Tuesday, February 02, 2010

When nuclear missiles were stationed near Market Harborough

A story in the Leicester Mercury today brought me up short:
A green energy company is considering an appeal after plans for a wind farm on a former nuclear missile site were rejected.
Nuon Renewables wants to build seven 415ft towers five miles south east of Market Harborough.
A former nuclear missile site five miles from Harborough?

Incredibly, it is true.

The site in question is the former World War II airfield RAF Harrington. It was opened in September 1943 and played host to a number of American bomber squadrons until the end of the war.

Afterwards the airfield fell into use and was returned to farmland, according to Wikipedia, or was used for storage by the RAF, according to the Wartime Memories site. Either way, things changed remarkably in 1958.

The Thor missile programme was the USA's first generation of ballistic missiles. Because of their limited range (around 2000 miles) they had to be stationed in Western Europe if so that it would be possible to use them against the Soviet Union.

With the enthusiastic agreement of the British government, 60 Thor missiles were deployed here: three each at 20 different sites. RAF Harrington was one of those sites, as was RAF North Luffenham in Rutland. The Thor missiles were quickly superseded and were withdrawn in 1963.

I discovered RAF Harrington in one of my teenage bike rides around here. It was clearly a substantial and interesting site - though I did not know then just how interesting - but somehow I never got back there.

This year I will, because it turns out that there is a museum there. According to its website (from which I have borrowed the photo above), the Carpetbagger Aviation Museum:
The Carpetbagger Aviation Museum was formed in 1993 for the 50th Anniversary reunion of the USAAF's 801st / 492nd Bomb Group (The Carpetbaggers) at Harrington. It is housed in the Group Operations Building on the Administration Site of the former Station 179 airfield at Harrington, Northamptonshire, England. The Museum is administered by members of the Harrington Aviation Museum Society ...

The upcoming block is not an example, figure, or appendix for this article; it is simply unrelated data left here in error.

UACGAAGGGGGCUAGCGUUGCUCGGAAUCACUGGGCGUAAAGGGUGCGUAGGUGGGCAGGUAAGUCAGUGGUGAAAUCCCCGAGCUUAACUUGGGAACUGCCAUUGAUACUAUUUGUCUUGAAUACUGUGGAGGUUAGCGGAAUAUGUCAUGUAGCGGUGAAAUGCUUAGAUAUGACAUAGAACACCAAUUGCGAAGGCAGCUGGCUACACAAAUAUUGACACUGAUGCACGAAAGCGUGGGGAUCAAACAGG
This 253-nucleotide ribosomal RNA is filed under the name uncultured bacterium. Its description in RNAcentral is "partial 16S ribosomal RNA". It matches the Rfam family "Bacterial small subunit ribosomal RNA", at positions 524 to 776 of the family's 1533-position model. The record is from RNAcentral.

Displays and exhibits within the museum depict the history of the airfield and vividly show the work carried out by the 801st (Provisional) / 492nd Bomb Group, especially during Operation Carpetbagger, and their secret missions to deliver agents and supplies to resistance groups in Occupied Europe during the Second World War.
Other exhibits and displays include the secret work of the British Special Operations Executive from their RAF base at Tempsford; the cold war roles of the airfield at Harrington with the Thor rockets; and the Royal Observer Corps.
A "former nuclear missile site" puts you in mind of some blighted wasteland of feral beasts and mutant children, but in reality Harrington is a lovely rural area. And it was the airfield's historic importance, particularly its role in the Thor years, that led Daventry District Council to turn the wind farm application down.

I find it hard to be sorry that they did. The proposal was for seven 415ft towers, and that represents the sort of industrialisation of the countryside that I instinctively oppose.

3 comments:

Anonymous said...

You'll be telling us next that you didn't know the airfield was being spied upon from a nazi themed swimming pool in Pitsford.

Simon said...

Industrialisation of the countryside, come on Jonathan, the countryside was industrial untill all industry was relocated to the towns due to the need for a greater concentration of Labour.

Rural tranquility is a bit of modern rubbish we tell ourselves to make it all look a bit romantic.

OK so wind farms and nuclear missiles are modern creations, but so is generating power away from the point of use. If we want to 'preserve' our countryside as we remember it now we are likely to preserve it at its deadest, most useless and most dehumanized state since before the last ice age.

Rant ceased at 23:59 GMT

Ian Ridley said...

OK there is an issue with very large wind turbines in locations too close to housing but that needs to be balanced against the question of where are we going to get our power from?

Of course part of the answer is to use less energy but even then we need to find new sources as nuclear and some fossil fuel plants are phased out